This week, the US Military declared China a "cyber threat" and says they are continuing to wage war in cyberspace using a doctrine of "non-contact warfare." (Source is here). This comes after Germany's accusations in August that the Chinese military sponsored attacks against computers owned by Germany's top officials. In December, the UK's Mi5 warned corporations to be cautious of Chinese attacks.
These recent attacks have convinced the Bush administration to allocate $30 billion towards securing federal networks over the next five to seven years.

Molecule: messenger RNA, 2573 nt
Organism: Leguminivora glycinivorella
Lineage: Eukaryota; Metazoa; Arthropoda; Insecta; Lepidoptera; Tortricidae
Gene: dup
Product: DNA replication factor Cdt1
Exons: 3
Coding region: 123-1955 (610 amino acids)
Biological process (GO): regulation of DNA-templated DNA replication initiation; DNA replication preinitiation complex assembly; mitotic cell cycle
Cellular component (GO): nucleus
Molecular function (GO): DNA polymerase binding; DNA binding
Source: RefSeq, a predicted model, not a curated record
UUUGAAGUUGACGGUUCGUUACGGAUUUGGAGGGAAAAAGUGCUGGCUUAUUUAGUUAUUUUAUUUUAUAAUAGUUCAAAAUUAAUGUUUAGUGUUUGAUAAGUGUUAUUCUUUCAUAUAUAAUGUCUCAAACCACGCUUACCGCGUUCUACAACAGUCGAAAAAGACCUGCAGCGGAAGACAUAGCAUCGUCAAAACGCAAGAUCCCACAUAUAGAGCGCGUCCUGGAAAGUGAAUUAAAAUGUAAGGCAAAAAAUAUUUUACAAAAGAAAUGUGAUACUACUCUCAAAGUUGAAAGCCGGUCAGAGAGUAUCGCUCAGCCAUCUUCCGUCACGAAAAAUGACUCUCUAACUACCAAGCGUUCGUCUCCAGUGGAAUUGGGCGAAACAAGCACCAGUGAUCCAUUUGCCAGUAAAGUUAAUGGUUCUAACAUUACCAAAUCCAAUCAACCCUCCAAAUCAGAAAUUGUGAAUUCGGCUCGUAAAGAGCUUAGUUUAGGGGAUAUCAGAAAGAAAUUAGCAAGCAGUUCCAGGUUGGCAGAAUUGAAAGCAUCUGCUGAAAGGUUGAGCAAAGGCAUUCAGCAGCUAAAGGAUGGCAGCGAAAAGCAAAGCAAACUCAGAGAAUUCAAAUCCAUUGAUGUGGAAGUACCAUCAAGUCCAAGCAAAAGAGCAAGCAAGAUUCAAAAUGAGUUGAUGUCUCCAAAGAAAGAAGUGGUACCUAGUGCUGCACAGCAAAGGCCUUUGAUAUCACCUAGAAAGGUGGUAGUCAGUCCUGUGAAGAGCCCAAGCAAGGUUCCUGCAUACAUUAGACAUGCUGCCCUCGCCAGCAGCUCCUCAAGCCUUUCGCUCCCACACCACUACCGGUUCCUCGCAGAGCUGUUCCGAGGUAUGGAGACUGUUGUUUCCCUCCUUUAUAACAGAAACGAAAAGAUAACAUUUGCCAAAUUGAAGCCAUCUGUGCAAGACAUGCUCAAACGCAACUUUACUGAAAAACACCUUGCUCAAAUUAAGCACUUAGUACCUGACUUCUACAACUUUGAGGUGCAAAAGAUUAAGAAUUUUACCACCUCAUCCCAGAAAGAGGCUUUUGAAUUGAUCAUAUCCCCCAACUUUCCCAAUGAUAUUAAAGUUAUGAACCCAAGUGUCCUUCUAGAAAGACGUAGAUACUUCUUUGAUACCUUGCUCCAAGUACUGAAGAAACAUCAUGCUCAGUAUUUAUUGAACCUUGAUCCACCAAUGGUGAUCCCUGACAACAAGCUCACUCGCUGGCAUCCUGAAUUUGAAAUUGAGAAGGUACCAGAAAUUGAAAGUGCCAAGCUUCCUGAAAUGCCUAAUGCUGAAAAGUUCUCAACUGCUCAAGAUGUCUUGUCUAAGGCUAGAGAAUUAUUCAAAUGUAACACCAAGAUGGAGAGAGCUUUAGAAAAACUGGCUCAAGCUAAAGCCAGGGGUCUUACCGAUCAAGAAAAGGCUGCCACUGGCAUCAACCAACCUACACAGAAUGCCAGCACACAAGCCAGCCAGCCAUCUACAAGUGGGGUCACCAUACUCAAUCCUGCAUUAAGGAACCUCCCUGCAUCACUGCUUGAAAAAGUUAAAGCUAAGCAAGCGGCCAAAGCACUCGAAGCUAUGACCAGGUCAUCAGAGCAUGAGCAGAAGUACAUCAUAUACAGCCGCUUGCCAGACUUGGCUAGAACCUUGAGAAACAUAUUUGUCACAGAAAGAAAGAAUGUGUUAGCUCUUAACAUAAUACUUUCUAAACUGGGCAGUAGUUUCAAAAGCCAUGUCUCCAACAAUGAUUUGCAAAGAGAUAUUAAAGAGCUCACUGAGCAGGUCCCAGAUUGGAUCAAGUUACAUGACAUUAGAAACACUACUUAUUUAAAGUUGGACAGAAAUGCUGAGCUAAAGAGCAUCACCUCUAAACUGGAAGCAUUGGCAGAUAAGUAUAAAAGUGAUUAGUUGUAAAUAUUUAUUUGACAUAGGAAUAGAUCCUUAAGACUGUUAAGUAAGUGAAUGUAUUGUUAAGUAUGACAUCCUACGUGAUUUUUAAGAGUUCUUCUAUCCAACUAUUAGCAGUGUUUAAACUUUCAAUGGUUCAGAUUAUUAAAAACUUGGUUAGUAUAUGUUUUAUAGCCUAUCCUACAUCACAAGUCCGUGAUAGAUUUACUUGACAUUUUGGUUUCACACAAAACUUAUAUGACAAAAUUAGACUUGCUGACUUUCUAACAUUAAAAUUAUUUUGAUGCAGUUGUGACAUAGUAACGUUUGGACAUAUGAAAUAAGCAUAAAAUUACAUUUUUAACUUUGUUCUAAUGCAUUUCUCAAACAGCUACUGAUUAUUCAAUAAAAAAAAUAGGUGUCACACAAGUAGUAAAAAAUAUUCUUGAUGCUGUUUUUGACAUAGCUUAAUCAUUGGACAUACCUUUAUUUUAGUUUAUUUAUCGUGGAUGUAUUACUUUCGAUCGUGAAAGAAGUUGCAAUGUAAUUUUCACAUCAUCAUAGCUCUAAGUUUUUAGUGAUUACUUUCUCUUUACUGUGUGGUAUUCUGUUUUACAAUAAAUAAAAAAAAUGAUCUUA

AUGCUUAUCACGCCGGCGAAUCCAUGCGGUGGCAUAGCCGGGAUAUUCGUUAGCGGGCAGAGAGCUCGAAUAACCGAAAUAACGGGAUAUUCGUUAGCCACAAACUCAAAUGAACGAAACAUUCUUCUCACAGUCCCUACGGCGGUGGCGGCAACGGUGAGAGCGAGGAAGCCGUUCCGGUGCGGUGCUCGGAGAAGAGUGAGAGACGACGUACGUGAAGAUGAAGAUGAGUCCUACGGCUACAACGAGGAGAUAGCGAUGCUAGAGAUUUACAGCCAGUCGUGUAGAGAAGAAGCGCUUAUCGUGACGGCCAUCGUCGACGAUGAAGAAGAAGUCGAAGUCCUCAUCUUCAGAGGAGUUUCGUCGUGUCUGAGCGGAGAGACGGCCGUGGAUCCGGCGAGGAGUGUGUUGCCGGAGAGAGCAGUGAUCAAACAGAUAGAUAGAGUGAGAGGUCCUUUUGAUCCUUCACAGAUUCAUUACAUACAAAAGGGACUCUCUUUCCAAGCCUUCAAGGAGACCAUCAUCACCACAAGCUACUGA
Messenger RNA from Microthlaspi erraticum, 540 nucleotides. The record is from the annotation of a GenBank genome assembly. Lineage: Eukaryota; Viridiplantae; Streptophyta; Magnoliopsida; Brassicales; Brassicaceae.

The world seems to be getting increasingly suspicious and edgy about China these days, and it is not surprising, considering their recent ability to knock satellites out of orbit. This capability, combined with information garnered from penetration of defense and intelligence networks, would give them unparalleled first strike capabilities.
Armies from developed nations in the west and Europe rely heavily on satellite communications and guidance system for munitions deployment, early detection and warning, and logistical commands. This is compounded by market and financial infrastructure that is entirely reliant on computer systems and networks with national and global communication.
Considering China's move to firewall their entire country and strictly regulate all information into and out of the country, they have much to do if they intend to ease the minds of the rest of the world.